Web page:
Finding the feel good-factor

Happy employees make productive employees

Henrietta Alderman

When two or three employers are gathered together, their talk often turns to the problem of recruiting good staff. Whether it’s true or not, some young ‘millennial’ employees are regarded as poor time-managers, lacking in attention to detail or unable to take responsibility for decisions.

But seeing it from the millennials’ point of view, a generation that may end up poorer than their parents and grandparents through no fault of their own, the baby boomer generation’s commitment to hard work and respect for hierarchy must seem stuffy, outdated and even ‘failed.’

Gursoy et al (2008) found that Millennials had a much stronger attachment to a work-life balance and much less attachment to work than the preceding generations. But they also said: “Although they have not been in the workplace for long, they are already showing a strong will to get things done with great spirit. They are great collaborators and favour teamwork and they are also very independent, self-confident and self-expressive.”

Happy employees are productive employees. Research by Oswald et al at Warwick University in 2014 found that happy workers were up to 12% more productive. And in healthcare, the links between good teamwork and patient satisfaction have been understood for some time.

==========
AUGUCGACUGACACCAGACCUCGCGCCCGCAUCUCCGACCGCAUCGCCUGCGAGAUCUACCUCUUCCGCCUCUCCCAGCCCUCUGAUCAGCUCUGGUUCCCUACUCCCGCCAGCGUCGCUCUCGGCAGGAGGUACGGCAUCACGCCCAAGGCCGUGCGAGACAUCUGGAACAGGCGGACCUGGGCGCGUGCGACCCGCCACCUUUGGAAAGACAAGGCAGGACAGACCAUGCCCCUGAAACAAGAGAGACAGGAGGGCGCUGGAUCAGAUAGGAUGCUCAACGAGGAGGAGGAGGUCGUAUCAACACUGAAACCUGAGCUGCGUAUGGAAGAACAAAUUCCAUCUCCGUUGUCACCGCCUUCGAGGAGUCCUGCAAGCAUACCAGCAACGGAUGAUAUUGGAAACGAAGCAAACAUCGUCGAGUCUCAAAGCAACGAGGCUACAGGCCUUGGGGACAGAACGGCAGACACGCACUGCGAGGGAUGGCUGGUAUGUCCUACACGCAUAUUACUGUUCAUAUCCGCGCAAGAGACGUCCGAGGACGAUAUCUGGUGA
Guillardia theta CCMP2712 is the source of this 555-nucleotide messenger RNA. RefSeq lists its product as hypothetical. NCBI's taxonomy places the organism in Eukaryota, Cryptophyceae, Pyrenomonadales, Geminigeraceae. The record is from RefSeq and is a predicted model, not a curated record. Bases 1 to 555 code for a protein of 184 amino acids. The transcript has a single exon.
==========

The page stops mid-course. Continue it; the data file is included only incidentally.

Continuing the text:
As AOP members will know, last year we engaged researchers at Aston University’s optometry school to undertake a survey into the health and wellbeing of optometrists. In the March edition of OT we have released an early picture of the results of this research, which acknowledges the different stresses felt by both employees and employers. It also endeavours to give a clear view of their aspirations.

"Optometry practice can bring its own specific stresses and the AOP has researched the support provided in other professions to develop a bespoke service for the profession"

Health and wellbeing is the strong theme of our membership services-focused activity for 2017. The flagship support element being launched in the first quarter of the year is a confidential peer-to-peer support line for all non-legal issues and to advise members on where help can be found.

Optometry practice can bring its own specific stresses and the AOP has researched the support provided in other professions to develop a bespoke service for the profession. Thurka Sivapalan, a former AOP Councillor, who highlighted the concerns and stresses often felt by practitioners to AOP Council last year, is the very able lead and first chair.

In looking for ways to assist members at certain times in their lives and careers, the AOP also introduced a Parental Leave grade of membership for 2017 to ease the financial burden. There are some essentials that we all need – a roof, clothes, food – but financial worry can be a huge stress factor. AOP is very aware of trying to keep all our fees as low as possible – 2017 is the seventh year that we have offered a membership fee freeze.

But we also continue to build the package and the legal, clinical and regulatory support so knowing that your back is covered takes stress away.